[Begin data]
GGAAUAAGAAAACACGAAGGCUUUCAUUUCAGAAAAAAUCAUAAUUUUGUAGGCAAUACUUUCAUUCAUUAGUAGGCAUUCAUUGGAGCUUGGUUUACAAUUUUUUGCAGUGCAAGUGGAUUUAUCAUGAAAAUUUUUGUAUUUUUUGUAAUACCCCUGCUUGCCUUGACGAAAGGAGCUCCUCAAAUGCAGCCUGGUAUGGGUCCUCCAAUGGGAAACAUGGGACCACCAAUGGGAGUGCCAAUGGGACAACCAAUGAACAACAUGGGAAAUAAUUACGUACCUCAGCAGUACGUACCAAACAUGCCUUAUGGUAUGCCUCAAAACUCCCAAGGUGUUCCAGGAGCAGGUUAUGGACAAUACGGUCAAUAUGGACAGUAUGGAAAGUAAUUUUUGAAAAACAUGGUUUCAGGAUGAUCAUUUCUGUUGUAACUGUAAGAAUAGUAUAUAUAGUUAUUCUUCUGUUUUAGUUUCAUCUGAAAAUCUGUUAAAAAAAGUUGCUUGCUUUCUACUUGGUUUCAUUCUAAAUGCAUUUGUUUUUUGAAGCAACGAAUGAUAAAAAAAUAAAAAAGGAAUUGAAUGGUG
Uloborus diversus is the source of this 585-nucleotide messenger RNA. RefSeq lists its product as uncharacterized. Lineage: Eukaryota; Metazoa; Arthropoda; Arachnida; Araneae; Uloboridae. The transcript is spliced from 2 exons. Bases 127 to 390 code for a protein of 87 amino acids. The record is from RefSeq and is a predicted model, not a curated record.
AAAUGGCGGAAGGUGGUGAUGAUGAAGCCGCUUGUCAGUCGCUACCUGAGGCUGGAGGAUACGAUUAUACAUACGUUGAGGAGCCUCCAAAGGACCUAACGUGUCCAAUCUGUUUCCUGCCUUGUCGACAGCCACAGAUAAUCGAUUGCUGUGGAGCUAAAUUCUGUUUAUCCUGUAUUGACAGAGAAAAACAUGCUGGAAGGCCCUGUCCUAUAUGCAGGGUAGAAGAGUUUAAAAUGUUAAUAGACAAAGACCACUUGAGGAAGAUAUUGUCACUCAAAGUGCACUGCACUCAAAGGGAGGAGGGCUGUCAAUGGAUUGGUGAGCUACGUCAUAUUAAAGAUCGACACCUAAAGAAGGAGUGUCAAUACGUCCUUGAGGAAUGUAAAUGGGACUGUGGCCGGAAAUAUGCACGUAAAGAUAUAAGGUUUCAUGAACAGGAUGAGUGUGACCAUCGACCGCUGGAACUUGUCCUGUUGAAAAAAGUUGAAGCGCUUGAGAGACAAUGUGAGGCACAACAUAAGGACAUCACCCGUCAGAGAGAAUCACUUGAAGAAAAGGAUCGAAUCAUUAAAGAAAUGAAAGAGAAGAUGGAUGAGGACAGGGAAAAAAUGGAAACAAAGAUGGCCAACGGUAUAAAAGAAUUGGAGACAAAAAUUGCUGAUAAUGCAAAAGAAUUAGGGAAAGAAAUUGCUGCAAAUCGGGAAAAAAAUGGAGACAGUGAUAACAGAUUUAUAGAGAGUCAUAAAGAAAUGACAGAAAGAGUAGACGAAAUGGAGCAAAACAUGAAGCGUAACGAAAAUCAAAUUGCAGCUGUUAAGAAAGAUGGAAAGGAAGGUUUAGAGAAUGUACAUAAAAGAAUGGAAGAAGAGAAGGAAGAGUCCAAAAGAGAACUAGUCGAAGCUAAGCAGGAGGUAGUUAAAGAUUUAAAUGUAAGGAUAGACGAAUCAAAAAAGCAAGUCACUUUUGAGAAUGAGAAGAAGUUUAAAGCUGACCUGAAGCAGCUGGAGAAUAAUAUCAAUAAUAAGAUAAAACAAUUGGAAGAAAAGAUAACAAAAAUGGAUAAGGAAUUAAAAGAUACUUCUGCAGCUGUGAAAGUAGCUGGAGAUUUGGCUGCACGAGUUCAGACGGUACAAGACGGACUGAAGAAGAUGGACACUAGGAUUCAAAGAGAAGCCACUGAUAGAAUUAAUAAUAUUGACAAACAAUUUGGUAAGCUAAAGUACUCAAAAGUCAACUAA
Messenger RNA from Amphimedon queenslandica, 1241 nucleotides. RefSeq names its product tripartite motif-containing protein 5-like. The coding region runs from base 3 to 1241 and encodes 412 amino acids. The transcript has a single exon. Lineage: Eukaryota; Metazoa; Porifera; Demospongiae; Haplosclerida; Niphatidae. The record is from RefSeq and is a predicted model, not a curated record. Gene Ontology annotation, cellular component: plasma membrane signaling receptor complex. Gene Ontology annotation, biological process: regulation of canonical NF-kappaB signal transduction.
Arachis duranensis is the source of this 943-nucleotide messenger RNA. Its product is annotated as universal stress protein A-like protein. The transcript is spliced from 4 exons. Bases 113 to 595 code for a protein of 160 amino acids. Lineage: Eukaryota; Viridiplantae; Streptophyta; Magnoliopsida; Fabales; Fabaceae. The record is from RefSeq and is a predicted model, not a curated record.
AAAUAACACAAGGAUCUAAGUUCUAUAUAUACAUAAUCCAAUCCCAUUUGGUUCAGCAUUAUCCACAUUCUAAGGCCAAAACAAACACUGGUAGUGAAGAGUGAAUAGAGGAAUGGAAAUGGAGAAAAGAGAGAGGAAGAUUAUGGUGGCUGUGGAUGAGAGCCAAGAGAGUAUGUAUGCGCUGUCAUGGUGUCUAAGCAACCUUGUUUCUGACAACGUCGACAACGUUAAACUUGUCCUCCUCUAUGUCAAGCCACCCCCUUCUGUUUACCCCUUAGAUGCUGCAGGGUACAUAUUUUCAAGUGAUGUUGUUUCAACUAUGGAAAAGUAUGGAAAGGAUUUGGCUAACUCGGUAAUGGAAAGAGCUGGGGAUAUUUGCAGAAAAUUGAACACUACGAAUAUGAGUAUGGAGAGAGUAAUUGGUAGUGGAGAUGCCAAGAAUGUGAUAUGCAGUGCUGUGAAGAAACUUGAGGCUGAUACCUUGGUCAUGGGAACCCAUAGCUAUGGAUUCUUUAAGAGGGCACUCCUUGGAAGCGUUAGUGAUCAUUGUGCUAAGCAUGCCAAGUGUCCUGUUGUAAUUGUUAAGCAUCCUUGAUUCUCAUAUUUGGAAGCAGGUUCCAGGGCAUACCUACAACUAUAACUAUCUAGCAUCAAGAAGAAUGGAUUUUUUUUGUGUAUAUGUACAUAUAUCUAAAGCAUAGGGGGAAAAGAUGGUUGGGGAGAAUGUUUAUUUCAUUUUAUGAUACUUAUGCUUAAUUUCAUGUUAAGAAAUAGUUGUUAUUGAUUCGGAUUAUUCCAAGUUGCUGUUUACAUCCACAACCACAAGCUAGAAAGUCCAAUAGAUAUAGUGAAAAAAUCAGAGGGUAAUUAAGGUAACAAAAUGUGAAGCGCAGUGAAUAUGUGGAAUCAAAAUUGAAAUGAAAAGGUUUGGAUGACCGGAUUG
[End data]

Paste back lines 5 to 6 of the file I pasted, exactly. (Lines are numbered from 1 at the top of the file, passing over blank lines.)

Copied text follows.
Arachis duranensis is the source of this 943-nucleotide messenger RNA. Its product is annotated as universal stress protein A-like protein. The transcript is spliced from 4 exons. Bases 113 to 595 code for a protein of 160 amino acids. Lineage: Eukaryota; Viridiplantae; Streptophyta; Magnoliopsida; Fabales; Fabaceae. The record is from RefSeq and is a predicted model, not a curated record.
AAAUAACACAAGGAUCUAAGUUCUAUAUAUACAUAAUCCAAUCCCAUUUGGUUCAGCAUUAUCCACAUUCUAAGGCCAAAACAAACACUGGUAGUGAAGAGUGAAUAGAGGAAUGGAAAUGGAGAAAAGAGAGAGGAAGAUUAUGGUGGCUGUGGAUGAGAGCCAAGAGAGUAUGUAUGCGCUGUCAUGGUGUCUAAGCAACCUUGUUUCUGACAACGUCGACAACGUUAAACUUGUCCUCCUCUAUGUCAAGCCACCCCCUUCUGUUUACCCCUUAGAUGCUGCAGGGUACAUAUUUUCAAGUGAUGUUGUUUCAACUAUGGAAAAGUAUGGAAAGGAUUUGGCUAACUCGGUAAUGGAAAGAGCUGGGGAUAUUUGCAGAAAAUUGAACACUACGAAUAUGAGUAUGGAGAGAGUAAUUGGUAGUGGAGAUGCCAAGAAUGUGAUAUGCAGUGCUGUGAAGAAACUUGAGGCUGAUACCUUGGUCAUGGGAACCCAUAGCUAUGGAUUCUUUAAGAGGGCACUCCUUGGAAGCGUUAGUGAUCAUUGUGCUAAGCAUGCCAAGUGUCCUGUUGUAAUUGUUAAGCAUCCUUGAUUCUCAUAUUUGGAAGCAGGUUCCAGGGCAUACCUACAACUAUAACUAUCUAGCAUCAAGAAGAAUGGAUUUUUUUUGUGUAUAUGUACAUAUAUCUAAAGCAUAGGGGGAAAAGAUGGUUGGGGAGAAUGUUUAUUUCAUUUUAUGAUACUUAUGCUUAAUUUCAUGUUAAGAAAUAGUUGUUAUUGAUUCGGAUUAUUCCAAGUUGCUGUUUACAUCCACAACCACAAGCUAGAAAGUCCAAUAGAUAUAGUGAAAAAAUCAGAGGGUAAUUAAGGUAACAAAAUGUGAAGCGCAGUGAAUAUGUGGAAUCAAAAUUGAAAUGAAAAGGUUUGGAUGACCGGAUUG